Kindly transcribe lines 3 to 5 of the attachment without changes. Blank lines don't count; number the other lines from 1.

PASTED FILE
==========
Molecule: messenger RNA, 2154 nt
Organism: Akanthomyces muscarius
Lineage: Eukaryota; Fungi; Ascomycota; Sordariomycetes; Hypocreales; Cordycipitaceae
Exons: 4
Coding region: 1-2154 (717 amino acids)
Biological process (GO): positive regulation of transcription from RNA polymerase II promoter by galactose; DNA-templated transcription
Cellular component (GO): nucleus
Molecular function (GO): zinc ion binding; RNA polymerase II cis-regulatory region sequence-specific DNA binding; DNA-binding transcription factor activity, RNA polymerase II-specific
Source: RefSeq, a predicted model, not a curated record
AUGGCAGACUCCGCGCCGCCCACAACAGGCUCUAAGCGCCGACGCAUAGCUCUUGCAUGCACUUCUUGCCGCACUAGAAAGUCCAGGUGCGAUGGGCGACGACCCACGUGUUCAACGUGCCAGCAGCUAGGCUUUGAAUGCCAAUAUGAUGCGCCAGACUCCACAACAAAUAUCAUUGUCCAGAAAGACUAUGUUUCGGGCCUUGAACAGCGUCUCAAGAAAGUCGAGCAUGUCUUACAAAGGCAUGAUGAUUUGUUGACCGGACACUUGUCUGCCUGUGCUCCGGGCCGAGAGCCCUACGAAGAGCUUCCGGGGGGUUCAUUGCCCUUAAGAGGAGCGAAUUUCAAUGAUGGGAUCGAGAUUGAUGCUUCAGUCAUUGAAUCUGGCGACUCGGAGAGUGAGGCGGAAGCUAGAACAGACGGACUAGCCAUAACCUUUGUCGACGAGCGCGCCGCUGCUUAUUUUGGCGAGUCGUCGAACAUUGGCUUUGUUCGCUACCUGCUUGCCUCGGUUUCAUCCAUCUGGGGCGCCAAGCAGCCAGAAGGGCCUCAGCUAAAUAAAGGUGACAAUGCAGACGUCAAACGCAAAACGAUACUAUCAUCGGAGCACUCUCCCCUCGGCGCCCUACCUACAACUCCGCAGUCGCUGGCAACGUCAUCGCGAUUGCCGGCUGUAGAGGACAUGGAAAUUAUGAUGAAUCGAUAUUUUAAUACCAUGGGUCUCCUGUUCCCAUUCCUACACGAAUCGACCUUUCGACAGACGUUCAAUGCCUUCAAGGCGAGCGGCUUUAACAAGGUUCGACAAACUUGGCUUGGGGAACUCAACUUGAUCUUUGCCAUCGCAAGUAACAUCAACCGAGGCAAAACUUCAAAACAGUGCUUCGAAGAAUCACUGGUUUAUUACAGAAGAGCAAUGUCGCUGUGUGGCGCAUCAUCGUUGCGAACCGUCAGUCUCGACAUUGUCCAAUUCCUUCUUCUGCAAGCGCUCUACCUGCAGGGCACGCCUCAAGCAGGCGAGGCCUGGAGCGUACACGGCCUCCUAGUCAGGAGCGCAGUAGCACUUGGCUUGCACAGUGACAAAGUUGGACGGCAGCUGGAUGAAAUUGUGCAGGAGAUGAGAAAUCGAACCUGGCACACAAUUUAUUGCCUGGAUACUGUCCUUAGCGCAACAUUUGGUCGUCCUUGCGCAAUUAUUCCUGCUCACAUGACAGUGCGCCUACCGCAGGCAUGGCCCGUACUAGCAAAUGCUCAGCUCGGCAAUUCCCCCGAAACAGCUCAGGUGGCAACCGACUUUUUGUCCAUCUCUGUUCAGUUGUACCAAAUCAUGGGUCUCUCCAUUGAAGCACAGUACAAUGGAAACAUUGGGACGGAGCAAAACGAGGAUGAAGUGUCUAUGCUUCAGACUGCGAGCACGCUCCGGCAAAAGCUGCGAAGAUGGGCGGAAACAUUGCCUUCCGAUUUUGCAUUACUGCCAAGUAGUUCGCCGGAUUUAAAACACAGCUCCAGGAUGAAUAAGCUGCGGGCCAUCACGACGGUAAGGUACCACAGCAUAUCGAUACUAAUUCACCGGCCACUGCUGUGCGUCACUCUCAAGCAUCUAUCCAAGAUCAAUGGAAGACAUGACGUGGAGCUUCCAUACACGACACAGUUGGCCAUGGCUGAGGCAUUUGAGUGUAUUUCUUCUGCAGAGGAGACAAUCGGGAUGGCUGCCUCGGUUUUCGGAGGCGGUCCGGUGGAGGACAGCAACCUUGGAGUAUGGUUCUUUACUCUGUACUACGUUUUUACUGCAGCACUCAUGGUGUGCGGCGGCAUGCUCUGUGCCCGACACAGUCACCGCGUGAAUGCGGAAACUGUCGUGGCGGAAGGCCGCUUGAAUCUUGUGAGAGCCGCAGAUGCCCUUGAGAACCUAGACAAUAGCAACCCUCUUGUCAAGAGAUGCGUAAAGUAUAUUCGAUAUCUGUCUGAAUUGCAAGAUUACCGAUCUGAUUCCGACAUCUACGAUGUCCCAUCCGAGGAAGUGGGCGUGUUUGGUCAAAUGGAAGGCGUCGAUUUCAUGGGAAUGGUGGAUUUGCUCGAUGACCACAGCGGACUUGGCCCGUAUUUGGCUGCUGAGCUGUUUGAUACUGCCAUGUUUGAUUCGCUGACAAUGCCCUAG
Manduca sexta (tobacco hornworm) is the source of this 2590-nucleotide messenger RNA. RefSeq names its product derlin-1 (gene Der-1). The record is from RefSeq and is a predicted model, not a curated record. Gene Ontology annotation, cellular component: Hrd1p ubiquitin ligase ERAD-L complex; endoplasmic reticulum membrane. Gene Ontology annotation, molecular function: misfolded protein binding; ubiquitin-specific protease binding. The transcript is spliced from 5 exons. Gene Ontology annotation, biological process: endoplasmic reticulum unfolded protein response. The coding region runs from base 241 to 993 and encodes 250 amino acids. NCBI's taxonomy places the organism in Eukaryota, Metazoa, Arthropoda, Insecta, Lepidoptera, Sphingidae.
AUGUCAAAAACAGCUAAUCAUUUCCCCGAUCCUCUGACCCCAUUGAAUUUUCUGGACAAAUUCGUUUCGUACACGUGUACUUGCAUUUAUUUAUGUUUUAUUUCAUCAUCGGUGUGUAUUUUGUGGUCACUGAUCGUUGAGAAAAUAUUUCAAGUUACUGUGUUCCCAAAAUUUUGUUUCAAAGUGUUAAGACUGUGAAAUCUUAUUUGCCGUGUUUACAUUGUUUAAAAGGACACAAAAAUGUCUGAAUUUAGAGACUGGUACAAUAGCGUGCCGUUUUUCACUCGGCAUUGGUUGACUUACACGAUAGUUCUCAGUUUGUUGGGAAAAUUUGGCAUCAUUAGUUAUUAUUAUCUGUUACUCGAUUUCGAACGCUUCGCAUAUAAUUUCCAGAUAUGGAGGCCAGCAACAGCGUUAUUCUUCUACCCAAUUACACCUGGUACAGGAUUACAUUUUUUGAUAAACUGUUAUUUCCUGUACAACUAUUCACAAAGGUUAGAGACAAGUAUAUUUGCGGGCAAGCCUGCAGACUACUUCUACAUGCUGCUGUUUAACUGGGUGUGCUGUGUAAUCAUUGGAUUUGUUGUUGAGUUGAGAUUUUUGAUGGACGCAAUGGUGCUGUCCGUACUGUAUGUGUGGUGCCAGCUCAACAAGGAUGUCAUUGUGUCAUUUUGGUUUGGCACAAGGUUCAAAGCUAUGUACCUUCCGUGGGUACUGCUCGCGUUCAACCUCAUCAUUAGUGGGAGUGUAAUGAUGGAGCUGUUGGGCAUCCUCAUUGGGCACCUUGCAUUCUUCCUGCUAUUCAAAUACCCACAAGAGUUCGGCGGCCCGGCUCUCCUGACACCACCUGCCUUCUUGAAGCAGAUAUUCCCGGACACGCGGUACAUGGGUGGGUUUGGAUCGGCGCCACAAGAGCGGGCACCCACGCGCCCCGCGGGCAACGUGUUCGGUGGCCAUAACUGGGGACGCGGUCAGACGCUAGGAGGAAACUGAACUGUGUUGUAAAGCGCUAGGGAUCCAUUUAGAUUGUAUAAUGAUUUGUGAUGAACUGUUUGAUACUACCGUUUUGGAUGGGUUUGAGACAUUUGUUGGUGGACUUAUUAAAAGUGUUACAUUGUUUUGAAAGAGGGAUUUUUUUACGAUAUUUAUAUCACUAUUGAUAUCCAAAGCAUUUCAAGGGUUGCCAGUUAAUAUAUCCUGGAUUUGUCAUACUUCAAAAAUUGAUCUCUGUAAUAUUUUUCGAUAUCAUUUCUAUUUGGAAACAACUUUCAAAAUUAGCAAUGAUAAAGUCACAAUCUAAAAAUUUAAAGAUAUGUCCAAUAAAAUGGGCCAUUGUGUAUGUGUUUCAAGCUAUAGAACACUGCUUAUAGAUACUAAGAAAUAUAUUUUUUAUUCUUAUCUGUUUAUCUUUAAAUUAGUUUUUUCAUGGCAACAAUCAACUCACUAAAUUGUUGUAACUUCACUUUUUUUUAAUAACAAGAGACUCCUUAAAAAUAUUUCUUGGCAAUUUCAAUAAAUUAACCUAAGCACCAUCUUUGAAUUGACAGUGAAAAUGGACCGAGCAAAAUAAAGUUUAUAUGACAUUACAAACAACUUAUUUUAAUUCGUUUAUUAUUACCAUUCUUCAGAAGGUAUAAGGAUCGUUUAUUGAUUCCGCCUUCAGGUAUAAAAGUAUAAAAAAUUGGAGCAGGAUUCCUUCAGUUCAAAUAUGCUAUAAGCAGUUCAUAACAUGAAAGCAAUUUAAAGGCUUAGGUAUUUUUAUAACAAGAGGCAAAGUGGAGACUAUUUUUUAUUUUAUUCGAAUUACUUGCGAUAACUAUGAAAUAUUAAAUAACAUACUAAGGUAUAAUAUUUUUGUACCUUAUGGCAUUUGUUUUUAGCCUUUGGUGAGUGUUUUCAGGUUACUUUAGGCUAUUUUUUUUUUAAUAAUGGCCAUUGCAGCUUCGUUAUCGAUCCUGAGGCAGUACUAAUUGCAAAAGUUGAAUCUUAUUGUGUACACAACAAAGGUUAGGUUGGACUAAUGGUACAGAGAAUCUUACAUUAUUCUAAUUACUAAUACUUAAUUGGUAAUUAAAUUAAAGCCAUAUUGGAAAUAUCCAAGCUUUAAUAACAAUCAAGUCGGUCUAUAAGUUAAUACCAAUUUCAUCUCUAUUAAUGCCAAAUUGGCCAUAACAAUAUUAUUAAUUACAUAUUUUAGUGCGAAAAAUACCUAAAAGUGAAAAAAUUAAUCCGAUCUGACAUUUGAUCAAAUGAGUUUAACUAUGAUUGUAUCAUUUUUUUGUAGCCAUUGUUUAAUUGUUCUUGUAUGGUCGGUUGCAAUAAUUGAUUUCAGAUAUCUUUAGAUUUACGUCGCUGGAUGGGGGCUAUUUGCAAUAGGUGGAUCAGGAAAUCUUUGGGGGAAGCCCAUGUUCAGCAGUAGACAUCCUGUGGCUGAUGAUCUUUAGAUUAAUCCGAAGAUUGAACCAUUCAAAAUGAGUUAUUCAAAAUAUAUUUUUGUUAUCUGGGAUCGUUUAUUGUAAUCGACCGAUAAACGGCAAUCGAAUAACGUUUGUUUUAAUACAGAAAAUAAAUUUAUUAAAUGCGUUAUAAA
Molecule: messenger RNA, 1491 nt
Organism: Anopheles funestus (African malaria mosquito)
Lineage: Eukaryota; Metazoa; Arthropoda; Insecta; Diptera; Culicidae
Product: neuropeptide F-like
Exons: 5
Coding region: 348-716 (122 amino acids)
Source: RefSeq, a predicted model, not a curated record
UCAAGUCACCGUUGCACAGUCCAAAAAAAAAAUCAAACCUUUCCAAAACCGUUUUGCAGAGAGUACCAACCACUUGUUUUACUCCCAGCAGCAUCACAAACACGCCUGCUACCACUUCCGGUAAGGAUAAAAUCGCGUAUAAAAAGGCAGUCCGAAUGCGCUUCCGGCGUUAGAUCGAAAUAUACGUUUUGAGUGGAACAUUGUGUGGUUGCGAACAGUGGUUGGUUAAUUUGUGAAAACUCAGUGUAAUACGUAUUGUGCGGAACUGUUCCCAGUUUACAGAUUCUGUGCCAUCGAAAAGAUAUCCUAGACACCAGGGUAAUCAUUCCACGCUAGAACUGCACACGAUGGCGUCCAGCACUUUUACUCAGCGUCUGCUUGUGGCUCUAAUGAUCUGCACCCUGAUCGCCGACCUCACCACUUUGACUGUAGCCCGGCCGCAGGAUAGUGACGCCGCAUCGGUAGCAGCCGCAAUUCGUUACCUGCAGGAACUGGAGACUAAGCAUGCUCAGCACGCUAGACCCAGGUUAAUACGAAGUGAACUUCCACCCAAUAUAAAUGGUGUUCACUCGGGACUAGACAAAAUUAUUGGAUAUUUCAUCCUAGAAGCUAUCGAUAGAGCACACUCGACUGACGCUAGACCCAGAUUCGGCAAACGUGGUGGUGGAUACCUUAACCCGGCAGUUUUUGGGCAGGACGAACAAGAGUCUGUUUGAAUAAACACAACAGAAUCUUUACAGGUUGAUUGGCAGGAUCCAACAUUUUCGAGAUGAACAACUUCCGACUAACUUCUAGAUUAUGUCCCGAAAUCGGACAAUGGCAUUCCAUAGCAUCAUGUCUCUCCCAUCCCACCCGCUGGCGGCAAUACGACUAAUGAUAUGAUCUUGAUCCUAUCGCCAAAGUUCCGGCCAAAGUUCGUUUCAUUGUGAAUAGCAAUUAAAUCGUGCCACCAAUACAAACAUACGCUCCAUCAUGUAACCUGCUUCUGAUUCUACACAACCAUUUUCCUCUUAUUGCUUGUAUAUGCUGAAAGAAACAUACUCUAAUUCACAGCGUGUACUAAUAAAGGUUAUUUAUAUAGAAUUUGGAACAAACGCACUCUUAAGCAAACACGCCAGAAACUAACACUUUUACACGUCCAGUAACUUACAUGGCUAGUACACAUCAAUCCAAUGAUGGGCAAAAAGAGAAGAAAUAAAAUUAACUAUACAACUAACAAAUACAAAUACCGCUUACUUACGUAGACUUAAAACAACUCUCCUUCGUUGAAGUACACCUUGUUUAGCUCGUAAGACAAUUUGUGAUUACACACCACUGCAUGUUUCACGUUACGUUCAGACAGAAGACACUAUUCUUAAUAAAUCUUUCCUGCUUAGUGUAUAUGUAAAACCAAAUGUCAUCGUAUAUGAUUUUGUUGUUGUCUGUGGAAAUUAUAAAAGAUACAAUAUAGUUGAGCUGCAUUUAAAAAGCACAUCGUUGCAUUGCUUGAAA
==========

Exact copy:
Lineage: Eukaryota; Fungi; Ascomycota; Sordariomycetes; Hypocreales; Cordycipitaceae
Exons: 4
Coding region: 1-2154 (717 amino acids)